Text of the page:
What Do the F Keys on a Computer Do?

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The F (function) keys on a computer keyboard are shortcut keys. By pressing an F key once, mouse navigation is bypassed or at minimum, shortened. Processes are completed faster and with less effort. And if problematic issues do come down upon the mouse device, utilising the F keys more often will cut down on its usage until it is repaired.

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Identification

The "F" keys are located in the upper section on the top of the keyboard. They are numbered in sequence from left to right, from F1 through F12. They are typically grouped in three sets of four functions each, F1 through F4; F5 through F8; and finally F9 through F12; or they could appear laid out with minimal space separating them from one another, directly across the top of the keyboard.

Function

Most of the function keys are pre-assigned to perform certain actions when they are pressed. This hold true primarily for function keys F1 through F7. Other keys, such as F8 through F12 are typically not assigned for regular computer use, but instead have more programming related functions.

Each key has a different shortcut function to expedite steps in completing tasks. Here is a brief overview of each key's general shortcut function. Note there may be some variance between computer models, however, these general instructions apply to most.

F1 - Brings up Windows Help. F2 - Opens title line of folder so it can be renamed. F3 - A Search function. F4 - Shows Address bar list display for Windows Explorer or My Computer. F5 - Active program's Refresh key. F6 - Runs through items on desktop or window F7 - Runs the Spell and Grammar check in the active program. F8 - Runs Windows in Safe Mode. F9 - Break point debugging use when used with the Shift key; some programs no assigned use. F10 - Opens active programs File menu bar. F11 - Shows full screen view in Internet Explorer. F12 - Bypass debugger - Command prompt access; some programs, no assigned use.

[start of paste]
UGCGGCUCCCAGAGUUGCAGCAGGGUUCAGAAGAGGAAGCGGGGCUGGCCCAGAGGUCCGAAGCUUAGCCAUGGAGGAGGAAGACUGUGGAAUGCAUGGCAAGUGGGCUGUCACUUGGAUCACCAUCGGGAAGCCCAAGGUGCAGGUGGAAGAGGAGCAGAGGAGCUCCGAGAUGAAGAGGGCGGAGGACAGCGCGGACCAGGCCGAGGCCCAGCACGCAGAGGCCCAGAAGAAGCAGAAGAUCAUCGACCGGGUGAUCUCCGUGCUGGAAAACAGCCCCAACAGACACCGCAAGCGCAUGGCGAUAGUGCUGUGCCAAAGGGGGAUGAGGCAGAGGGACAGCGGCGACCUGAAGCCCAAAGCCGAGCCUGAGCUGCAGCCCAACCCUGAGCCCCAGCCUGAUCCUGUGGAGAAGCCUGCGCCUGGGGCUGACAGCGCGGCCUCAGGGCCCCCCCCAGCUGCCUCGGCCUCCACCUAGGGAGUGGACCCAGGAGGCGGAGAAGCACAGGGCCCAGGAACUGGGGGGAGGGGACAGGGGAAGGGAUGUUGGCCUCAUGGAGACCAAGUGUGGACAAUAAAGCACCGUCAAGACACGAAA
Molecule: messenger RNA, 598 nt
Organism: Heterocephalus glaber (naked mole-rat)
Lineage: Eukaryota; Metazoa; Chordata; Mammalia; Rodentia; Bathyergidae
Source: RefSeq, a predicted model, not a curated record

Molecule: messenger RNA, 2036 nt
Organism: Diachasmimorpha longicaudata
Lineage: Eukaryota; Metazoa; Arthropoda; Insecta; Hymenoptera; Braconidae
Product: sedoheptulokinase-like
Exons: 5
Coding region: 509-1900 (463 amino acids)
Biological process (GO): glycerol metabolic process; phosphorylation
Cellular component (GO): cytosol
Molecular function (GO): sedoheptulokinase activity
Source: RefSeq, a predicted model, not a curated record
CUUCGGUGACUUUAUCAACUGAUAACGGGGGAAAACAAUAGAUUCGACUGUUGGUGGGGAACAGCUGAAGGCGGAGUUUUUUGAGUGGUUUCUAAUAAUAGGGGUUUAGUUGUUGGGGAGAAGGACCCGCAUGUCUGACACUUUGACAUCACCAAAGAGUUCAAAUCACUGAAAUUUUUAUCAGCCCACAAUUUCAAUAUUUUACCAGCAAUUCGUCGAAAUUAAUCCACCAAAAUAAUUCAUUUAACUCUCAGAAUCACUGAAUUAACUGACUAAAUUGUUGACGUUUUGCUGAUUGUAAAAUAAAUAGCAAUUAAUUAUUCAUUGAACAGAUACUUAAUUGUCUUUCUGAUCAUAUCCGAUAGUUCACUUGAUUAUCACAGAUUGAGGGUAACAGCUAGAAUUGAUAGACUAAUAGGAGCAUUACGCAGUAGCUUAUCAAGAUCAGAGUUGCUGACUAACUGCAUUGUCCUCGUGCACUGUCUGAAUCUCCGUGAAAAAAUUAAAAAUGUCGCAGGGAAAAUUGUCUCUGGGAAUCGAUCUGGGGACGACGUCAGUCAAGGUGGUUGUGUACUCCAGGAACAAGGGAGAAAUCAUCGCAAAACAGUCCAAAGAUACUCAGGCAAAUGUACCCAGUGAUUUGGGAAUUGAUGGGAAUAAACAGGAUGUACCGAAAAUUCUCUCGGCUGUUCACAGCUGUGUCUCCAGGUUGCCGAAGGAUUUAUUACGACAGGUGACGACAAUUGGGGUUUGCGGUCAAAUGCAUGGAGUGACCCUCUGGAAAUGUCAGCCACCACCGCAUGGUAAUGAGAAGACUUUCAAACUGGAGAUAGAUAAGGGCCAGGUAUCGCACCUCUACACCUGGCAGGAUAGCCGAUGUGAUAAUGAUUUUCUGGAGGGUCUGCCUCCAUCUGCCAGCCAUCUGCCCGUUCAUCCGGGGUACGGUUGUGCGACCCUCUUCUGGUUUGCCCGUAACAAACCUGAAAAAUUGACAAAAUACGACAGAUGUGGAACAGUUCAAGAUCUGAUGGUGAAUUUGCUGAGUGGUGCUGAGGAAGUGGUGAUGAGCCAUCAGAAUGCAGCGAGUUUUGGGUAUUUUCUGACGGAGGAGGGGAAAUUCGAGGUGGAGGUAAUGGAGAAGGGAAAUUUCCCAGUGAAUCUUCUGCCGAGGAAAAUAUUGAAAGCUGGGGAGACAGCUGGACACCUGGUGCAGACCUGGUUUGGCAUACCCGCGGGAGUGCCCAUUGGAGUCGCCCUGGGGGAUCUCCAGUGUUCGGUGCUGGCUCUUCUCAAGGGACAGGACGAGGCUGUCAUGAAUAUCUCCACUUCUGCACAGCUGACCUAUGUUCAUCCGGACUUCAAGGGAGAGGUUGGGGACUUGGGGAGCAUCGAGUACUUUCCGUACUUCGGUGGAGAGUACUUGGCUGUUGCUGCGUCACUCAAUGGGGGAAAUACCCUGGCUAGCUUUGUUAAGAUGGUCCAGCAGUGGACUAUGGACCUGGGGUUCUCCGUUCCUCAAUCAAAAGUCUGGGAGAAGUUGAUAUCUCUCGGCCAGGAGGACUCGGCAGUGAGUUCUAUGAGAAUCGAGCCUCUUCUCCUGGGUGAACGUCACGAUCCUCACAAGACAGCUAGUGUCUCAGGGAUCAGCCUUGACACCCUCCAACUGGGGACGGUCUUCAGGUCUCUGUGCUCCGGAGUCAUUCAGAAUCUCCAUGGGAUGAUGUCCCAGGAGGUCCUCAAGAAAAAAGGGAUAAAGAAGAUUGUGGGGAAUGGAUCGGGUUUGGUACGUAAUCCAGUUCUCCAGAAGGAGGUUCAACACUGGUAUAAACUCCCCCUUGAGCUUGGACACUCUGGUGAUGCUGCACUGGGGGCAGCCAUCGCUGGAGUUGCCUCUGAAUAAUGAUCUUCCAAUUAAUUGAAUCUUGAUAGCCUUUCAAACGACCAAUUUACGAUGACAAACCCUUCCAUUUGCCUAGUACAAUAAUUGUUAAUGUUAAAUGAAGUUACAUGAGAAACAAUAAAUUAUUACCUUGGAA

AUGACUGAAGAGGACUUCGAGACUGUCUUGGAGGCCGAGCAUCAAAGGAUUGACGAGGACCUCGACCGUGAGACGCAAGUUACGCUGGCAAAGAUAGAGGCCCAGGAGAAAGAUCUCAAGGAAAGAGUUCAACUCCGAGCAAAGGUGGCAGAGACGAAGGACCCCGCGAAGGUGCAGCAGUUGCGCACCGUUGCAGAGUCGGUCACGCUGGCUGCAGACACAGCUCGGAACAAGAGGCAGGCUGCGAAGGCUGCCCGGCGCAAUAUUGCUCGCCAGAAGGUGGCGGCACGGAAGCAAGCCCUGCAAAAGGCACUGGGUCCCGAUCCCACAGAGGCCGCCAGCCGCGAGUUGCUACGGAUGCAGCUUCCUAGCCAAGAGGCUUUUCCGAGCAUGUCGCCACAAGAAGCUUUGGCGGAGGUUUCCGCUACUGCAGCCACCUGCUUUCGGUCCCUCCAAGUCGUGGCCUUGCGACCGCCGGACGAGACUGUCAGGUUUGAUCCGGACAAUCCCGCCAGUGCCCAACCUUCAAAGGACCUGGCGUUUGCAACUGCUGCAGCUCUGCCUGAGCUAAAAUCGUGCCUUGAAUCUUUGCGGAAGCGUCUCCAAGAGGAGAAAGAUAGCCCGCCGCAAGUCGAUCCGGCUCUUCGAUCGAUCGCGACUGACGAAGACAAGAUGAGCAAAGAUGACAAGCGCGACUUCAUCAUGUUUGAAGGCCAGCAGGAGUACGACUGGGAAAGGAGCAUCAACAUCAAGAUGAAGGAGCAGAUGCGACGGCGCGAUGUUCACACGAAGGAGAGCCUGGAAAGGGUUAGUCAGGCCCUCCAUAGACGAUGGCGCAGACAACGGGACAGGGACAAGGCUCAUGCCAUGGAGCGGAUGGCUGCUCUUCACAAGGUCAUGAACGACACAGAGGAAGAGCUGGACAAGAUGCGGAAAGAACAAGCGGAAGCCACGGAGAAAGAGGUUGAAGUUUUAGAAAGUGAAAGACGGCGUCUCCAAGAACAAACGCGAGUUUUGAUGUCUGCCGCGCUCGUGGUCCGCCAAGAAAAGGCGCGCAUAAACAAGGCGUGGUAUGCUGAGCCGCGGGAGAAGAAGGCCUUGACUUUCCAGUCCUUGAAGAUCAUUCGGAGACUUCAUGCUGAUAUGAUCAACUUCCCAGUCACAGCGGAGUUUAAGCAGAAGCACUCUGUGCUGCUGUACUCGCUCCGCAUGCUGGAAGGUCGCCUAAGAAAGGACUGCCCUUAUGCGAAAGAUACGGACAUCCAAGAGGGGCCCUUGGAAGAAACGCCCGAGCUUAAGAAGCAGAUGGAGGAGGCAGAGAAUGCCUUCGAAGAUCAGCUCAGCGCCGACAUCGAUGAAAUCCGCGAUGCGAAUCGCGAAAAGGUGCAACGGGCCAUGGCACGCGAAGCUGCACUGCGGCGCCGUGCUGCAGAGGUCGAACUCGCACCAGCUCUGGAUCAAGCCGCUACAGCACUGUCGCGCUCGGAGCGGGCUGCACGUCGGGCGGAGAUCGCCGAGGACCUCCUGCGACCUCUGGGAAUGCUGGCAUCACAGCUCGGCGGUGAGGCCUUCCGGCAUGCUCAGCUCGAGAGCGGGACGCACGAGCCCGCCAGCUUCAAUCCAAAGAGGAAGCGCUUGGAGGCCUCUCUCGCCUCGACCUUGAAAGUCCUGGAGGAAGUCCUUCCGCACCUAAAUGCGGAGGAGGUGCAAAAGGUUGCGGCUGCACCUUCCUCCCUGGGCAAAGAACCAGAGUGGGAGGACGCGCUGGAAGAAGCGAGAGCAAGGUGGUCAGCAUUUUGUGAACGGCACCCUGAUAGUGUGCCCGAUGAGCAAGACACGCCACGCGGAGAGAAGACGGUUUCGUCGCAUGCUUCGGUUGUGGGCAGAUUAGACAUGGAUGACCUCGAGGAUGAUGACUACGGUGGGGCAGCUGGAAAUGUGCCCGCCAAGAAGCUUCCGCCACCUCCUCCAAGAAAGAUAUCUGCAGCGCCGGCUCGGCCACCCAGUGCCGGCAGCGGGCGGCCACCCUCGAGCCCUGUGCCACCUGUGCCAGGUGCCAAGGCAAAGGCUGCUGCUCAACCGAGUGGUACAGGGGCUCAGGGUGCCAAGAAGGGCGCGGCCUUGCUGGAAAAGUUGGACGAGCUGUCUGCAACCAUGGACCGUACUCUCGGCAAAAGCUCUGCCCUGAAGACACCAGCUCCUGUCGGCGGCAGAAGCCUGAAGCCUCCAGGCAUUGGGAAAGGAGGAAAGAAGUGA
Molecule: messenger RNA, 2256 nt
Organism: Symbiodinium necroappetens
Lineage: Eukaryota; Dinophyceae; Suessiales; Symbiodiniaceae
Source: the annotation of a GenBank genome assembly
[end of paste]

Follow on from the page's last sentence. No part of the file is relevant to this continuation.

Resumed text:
Dialogue Box Function Keys

Out of all of the available function keys, there are only two that display dialogue boxes. These will require other user to make additional choices in order to finish desired tasks. (This differs from other function keys where the user is required to input information to rename a file, conduct a search, or tab through elements on a desktop). The F1 key brings up the Windows Help screen. From there, the user will highlight, click and enter data to solve issues using the relevant Help information. The F4 key shows active list items in the Address drop down menu. The user then must make a selection from the list shown.

F1 Key Compatibility

As long as a computer keyboard has the Windows logo key symbol on it, Windows Help screen can be accessed by way of the Natural keyboard shortcut. To open Windows Help, while within the active software program, press the Windows logo key first and hold it down and then press the F1.

Limitations of Keys

If the Accessibility Option for StickyKeys is activated, some function keys may not work. To verify that is off, click "Start" from the toolbar menu. Next, select "Control Panel", "Accessibility Options" and then go to the keyboard tab. Uncheck the box next to "StickyKeys."

Some programs must be open to run a shortcut function and others may need to be closed. For example, if a file must be renamed, it must be closed first. And if it is placed on the desktop and the folder renaming shortcut function F2 is pressed, the title text box will open. In order for the address bar display shortcut function F4 to work, a dialogue box containing an address bar must be visible. This is appropriate for use with Windows Internet Explorer and for searching directories. It is helpful to have a handy reference sheet nearby that lists each function key's purpose.

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